The first African American owned company to be listed on the New York Stock Exchange, Parks Sausage Company, was headquartered in Baltimore, Maryland. Parks Sausage was successful because of its founder, Henry Parks. Parks started the company in 1951 with only two employees. Under his supervision, the company grew into a multimillion dollar business with almost 300 employees. Parks trained black and white workers. In his factory, he helped advance racial integration in the workplace.
As an African American businessman, Parks knew he would be under increased scrutiny. Inside his factory, Parks kept close watch over the sausage recipe that he had created. In an interview with the Baltimore Sun in 1971, it was reported that Parks would “taste his sausage mixture everyday himself and [could] tell if the mixture is off by a tiny fraction.” In wanting to create and maintain a quality product, Parks introduced sell-by dates to his meat products. In addition, he invited federal inspectors to tour his plant at a time when only state inspectors were required. He did this for two reasons. First, to show how good his products were. Second, to show the community-at-large that African American owned businesses could maintain the same strict standards as white businesses.
Baltimoreans didn’t just love Parks Sausage, they loved Henry Parks. In 1963, city residents showed their love for Parks by electing him to the Baltimore City Council for two consecutive terms. During his time on the council, Parks pushed for laws that opened public accommodations to African Americans. He also worked to help ease bail requirements. In 1969, Parks became the first African-American to serve on the Board of Trustees for Goucher College. By this time, Parks was already a lifetime member of the NAACP.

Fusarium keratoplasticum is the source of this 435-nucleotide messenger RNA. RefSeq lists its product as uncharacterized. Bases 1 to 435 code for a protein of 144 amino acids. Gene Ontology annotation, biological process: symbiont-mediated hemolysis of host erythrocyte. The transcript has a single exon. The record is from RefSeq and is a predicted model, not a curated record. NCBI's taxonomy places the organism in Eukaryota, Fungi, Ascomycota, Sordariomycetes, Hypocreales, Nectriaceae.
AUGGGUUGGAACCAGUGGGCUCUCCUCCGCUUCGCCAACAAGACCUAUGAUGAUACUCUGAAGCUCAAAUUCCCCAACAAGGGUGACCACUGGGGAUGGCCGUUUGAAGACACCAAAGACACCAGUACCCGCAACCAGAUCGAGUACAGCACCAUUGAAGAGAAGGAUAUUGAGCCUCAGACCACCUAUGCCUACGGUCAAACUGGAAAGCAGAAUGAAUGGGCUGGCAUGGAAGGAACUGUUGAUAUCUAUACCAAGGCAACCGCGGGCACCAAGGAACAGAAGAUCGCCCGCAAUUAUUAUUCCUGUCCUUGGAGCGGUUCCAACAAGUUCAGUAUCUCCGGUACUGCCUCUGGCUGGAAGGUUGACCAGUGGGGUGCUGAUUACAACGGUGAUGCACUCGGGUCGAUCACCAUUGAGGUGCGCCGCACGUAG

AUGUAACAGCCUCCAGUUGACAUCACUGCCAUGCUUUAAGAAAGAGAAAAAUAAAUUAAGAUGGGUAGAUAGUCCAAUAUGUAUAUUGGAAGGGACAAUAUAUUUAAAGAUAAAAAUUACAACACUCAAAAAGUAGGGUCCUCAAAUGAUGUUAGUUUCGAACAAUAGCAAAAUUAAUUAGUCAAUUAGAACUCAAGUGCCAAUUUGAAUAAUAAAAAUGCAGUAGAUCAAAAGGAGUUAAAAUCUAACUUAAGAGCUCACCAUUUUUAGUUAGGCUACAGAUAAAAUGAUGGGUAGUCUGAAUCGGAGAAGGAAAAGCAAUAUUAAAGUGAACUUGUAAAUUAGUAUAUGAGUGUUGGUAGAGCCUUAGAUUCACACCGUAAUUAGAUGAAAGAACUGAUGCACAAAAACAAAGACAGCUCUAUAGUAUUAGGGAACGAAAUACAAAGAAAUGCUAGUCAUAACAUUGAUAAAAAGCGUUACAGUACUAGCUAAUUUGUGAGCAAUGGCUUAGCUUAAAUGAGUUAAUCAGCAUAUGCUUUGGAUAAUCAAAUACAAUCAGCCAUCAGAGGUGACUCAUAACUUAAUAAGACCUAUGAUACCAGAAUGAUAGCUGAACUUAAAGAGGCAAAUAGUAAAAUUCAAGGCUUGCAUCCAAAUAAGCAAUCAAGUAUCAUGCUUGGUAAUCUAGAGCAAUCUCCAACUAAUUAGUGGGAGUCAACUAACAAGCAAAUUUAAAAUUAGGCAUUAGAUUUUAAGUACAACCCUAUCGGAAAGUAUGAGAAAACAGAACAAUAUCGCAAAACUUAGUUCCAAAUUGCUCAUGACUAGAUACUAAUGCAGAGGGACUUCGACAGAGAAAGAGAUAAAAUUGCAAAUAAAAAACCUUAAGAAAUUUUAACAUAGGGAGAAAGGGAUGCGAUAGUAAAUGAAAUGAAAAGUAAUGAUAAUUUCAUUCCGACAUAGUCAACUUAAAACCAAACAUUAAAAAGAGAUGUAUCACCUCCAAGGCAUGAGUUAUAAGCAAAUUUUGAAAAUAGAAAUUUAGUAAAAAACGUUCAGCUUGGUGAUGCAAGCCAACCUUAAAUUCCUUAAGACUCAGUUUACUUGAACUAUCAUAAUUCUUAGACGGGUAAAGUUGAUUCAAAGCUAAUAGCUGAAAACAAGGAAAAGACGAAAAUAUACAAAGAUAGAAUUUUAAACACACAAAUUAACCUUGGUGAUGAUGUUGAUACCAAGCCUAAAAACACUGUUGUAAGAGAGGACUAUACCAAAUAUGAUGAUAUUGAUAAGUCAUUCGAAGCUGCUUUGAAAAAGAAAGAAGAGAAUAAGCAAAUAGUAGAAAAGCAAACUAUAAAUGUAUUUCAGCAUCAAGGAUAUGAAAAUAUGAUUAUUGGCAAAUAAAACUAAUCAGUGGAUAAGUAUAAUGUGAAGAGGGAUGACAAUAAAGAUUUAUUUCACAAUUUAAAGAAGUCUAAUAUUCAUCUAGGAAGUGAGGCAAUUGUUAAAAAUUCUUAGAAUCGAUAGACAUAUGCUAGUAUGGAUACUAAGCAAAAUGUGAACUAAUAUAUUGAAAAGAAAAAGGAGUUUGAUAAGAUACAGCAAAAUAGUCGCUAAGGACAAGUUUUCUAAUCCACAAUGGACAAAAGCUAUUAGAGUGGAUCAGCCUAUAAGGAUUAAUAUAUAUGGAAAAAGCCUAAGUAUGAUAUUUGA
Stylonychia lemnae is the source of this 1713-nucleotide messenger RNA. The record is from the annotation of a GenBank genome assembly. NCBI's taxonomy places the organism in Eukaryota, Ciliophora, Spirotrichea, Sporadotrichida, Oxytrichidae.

On a local and national level, Henry Parks was recognized for his role as a pioneering African American entrepreneur and civil rights advocate. In 1982, Parks was given the honor of being designated a Distinguished American by the United States Congress.
Today, employees at the Parks Sausage Plant, now re-named the Dietz & Watson Plant, no longer make Parks sausage. But that does not mean that Henry Park’s impact as a pioneer in the sausage industry has been forgotten. Everyday, as employees enter and exit work they drive along Henry Parks Jr. Drive and are reminded of Baltimore's original sausage king.